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The GMC Syclone looks like a truck but is closer to a Corvette or a Buick Grand National than the Sonoma on which it was based. It used a lowered suspension and all-wheel drive to handle the power from the 280-hp 4.3-liter turbocharged V6. For that reason, it was more adept at trips to the drag strip than the local home improvement store. But how much could the GMC Syclone haul and tow? The short answer is less than you think. For the long explanation, read on.    

GMC produced the Syclone for only 2 years

A black 1991 GMC Syclone parked outdoors.
1991 GMC Syclone | Getty Images

Looking at the Buick Grand National and Corvette ZR1, GMC must have felt left out. Or maybe the automaker wanted its own sports car. The problem was the Corvette’s 5.7-liter V8 was too large to fit easily into the Sonoma without significant modifications. But the 4.3-liter V6 dropped in perfectly. So GMC heavily revised the V6 engine, reinforcing it to handle turbocharging. 

The result was a small truck with 280 hp and an appetite for embarrassing the best sports cars of the day. Even the Corvette wasn’t immune to a beatdown from the Syclone, capable of 4.3-second sprints to 60 mph.  

Unfortunately, though the Syclone could fly down the drag strip, sales never took off the way GMC had hoped. The company built only 3,000 Syclone units in two years (1991 and 1992), making this truck rare today. But with its squared-off low profile, black paint, and stunning performance, it has become a modern classic in high demand.  

The GMC Syclone’s towing capacity was less than a modern small crossover or wagon 

Although the Syclone had supercar performance, it had the towing capacity of a Honda CR-V. The points that made it a performance legend, specifically the lowered suspension and all-wheel drive, made it practically useless as a truck.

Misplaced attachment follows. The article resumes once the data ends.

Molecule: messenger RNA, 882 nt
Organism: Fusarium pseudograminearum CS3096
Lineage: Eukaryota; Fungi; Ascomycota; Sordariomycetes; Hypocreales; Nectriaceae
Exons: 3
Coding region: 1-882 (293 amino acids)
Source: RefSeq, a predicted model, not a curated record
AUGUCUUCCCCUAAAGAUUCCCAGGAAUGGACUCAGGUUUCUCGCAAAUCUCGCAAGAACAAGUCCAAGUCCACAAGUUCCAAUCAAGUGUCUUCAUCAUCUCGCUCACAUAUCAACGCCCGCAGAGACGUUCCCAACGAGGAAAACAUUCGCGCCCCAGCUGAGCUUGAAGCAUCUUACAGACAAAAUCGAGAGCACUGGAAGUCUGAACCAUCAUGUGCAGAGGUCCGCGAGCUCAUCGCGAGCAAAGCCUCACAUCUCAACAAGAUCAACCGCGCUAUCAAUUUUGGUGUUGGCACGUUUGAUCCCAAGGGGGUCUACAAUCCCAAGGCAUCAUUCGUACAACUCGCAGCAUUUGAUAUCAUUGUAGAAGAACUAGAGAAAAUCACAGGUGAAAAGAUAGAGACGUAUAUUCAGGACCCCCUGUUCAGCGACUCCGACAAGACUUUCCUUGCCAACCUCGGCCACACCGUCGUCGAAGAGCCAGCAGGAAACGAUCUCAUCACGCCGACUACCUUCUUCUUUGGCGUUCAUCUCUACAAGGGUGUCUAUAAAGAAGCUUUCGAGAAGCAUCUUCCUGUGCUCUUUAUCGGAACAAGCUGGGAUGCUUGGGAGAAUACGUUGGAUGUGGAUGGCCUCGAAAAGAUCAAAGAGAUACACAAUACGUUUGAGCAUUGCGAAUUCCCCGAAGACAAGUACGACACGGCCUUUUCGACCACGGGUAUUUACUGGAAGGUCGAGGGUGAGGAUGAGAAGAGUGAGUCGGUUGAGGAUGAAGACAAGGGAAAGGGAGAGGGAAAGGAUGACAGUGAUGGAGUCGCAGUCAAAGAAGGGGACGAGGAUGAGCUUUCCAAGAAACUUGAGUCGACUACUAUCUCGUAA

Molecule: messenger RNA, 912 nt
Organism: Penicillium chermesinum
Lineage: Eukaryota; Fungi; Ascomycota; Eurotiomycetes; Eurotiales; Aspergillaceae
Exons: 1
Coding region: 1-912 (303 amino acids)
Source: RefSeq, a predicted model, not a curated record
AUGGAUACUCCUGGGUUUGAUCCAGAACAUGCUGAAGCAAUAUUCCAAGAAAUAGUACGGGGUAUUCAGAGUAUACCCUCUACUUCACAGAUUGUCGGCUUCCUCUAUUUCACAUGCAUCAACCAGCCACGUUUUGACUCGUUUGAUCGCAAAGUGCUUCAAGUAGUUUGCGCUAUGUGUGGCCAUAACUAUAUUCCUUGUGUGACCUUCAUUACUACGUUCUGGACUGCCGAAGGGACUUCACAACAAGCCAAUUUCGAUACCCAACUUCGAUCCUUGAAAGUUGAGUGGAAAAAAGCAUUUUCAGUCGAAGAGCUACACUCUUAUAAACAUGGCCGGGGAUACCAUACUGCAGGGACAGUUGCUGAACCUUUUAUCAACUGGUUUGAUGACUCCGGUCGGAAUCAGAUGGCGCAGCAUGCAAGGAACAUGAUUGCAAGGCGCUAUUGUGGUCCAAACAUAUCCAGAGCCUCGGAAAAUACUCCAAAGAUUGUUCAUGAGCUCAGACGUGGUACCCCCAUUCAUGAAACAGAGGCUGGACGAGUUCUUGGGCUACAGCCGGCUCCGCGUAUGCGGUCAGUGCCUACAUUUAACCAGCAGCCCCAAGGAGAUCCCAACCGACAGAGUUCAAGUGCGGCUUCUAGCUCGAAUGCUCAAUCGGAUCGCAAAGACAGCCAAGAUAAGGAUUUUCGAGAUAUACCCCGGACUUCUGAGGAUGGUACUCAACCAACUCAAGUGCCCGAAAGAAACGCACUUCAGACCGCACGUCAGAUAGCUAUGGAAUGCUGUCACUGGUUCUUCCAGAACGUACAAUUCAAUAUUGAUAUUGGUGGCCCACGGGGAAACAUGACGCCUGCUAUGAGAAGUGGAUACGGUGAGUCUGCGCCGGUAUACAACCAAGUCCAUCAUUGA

According to Edmunds, a 1991 GMC Sonoma equipped with the standard V6 and towing package could pull about 5,000 pounds or haul 1,400 pounds of payload. The Syclone could barely tow 2,000 pounds or haul 500 pounds. That’s about the same capacity as a C4 or C5 Corvette, MotorTrend reports. 

That towing capacity means the Syclone could pull jet skis or a couple of motorcycles. But if you want something to tow a horse trailer or a vintage car, look elsewhere.   

GMC built its performance truck for speed 

Looking at the Syclone, you would expect it to perform like a truck. With its ground effects and a cool graphics package, it looks like a sporty GMC Sonoma, but one likely to pose a threat on the drag strip or even at the stop light or on the freeway onramp.   

That’s what made it the ultimate sleeper. Corvette owners, and even Ferrari and Porsche drivers, learned the hard way not to mess with the Syclone. In its day, it was as fast as or faster than anything on four wheels. Today, people still dismiss it as a nice old truck. But though it’s old, it’s still fast, and if you’re not careful, you’ll be admiring its taillights as it pulls away. 


Here’s Why the 1991 GMC Syclone Had the Ground Clearance of a Sports Car